No Survival Advantage Seen in Prostate Cancer with High-Dose Radiation Therapy

Researchers have concluded that high dose radiation therapy as a primary therapy does not improve survival. However, it does reduce PSA failures and the need to use salvage therapy. 


In this study, it was shown that higher-dose radiation therapy (RT) when used to treat localized prostate cancer (prostate cancer confined just to the prostate gland did not improve a man’s overall survival despite reducing the frequency of biochemical failure and the development of distant metastasis.

They found that the overall survival (OS) was virtually the same between the men who received a total radiation dose of 79.2 Gy and those who received a total dose of 70.2 Gy.  They also found that the frequency of developing distant metastasis declined slightly for the men who received the higher doses. (4% versus 6%), and dose-escalated RT resulted in a 15% absolute improvement in the rate of biochemical failure at both 5 and 8 years.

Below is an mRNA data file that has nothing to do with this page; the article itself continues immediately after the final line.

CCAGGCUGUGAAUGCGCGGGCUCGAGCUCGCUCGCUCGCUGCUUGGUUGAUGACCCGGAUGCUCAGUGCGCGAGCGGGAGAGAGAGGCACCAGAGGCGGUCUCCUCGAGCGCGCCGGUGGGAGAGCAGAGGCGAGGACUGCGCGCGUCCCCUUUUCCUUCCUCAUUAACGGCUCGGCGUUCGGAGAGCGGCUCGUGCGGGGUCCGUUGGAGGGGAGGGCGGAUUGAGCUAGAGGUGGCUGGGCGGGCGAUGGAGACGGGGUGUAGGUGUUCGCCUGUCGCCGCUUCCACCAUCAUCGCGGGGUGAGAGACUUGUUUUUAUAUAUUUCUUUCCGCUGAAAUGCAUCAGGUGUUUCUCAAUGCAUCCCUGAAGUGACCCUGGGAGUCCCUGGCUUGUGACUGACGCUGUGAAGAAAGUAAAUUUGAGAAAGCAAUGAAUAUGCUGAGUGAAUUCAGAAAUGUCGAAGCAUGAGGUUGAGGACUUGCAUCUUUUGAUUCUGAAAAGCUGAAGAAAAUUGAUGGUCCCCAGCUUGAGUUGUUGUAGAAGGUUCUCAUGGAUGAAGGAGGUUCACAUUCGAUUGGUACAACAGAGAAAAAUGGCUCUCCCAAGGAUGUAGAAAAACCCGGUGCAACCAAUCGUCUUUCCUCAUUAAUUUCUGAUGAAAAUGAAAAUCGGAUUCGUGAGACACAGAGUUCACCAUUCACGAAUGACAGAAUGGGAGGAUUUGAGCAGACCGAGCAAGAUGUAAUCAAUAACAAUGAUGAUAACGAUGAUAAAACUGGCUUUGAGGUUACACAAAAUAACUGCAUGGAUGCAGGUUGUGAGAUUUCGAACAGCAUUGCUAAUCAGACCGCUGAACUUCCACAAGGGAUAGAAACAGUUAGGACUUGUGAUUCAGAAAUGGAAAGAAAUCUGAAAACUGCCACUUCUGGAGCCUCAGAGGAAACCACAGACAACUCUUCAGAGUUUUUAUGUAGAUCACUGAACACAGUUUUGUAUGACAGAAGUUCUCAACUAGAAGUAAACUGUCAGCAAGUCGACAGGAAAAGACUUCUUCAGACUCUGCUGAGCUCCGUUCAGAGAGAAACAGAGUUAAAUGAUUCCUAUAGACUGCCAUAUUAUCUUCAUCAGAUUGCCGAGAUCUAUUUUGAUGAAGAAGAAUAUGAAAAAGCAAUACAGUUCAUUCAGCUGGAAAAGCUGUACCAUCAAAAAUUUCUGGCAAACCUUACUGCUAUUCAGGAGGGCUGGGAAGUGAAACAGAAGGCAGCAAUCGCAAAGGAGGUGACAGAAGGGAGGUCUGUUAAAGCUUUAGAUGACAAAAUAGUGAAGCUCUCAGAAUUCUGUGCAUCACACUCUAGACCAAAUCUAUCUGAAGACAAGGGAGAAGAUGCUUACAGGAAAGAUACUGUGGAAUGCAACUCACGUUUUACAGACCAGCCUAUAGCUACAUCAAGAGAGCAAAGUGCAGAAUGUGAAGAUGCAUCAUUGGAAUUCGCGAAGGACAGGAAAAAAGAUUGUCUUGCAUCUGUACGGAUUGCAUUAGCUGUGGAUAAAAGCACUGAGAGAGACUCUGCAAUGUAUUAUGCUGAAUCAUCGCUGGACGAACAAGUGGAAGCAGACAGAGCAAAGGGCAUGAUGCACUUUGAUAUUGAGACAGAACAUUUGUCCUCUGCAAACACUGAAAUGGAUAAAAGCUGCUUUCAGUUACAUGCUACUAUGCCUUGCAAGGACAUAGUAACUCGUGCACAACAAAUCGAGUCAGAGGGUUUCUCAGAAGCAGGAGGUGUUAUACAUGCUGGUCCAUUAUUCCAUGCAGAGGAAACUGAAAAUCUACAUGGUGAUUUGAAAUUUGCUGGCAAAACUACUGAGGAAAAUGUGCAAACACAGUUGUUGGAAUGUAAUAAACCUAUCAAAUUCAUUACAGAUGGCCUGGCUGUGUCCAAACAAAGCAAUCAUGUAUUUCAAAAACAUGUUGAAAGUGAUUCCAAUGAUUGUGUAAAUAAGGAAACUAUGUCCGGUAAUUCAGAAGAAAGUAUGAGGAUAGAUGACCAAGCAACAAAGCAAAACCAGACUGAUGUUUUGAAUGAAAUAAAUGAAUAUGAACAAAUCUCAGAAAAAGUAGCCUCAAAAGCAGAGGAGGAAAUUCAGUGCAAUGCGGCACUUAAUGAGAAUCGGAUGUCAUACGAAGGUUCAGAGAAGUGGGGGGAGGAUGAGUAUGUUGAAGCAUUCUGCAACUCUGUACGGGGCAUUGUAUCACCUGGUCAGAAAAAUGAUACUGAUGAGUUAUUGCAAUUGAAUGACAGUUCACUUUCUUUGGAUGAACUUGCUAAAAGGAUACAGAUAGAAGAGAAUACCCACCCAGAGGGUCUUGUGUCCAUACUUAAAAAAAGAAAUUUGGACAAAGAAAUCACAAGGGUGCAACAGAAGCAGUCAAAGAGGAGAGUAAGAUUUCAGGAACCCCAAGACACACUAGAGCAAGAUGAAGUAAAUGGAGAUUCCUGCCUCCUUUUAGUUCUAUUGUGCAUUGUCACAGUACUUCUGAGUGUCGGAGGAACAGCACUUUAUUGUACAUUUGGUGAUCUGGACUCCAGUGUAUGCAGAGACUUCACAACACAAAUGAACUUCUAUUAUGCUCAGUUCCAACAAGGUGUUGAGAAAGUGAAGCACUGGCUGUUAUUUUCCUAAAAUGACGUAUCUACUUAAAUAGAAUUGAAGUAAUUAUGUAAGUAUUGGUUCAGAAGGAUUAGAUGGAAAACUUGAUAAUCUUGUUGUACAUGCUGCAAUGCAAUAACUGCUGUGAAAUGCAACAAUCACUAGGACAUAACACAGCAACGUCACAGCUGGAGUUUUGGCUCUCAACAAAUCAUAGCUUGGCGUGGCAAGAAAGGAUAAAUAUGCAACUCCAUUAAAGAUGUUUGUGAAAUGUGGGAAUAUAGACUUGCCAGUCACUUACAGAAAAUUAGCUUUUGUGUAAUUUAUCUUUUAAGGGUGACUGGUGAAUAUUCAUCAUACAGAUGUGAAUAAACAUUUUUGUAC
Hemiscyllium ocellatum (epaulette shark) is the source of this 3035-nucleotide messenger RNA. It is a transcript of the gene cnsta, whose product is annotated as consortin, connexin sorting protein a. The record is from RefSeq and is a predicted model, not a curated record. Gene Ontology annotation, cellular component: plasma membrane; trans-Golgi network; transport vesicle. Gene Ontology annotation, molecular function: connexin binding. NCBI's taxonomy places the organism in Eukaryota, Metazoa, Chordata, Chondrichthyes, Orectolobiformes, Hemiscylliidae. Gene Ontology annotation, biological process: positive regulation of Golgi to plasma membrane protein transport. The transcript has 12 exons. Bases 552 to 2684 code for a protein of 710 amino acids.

They also found that dose-escalated radiation therapy substantially reduced the need for and use of any salvage therapies. The reduction of salvage therapy was a direct result of the decline in the biochemical recurrence rates.

 Joel T. Nowak, MA, MSW wrote this Post.  Joel is the CEO/Executive Director of Cancer ABCs.  He is a Cancer Thriver diagnosed with five primary cancers - Thyroid, Metastatic Prostate, Renal, Melanoma, and the rare cancer Appendiceal cancer.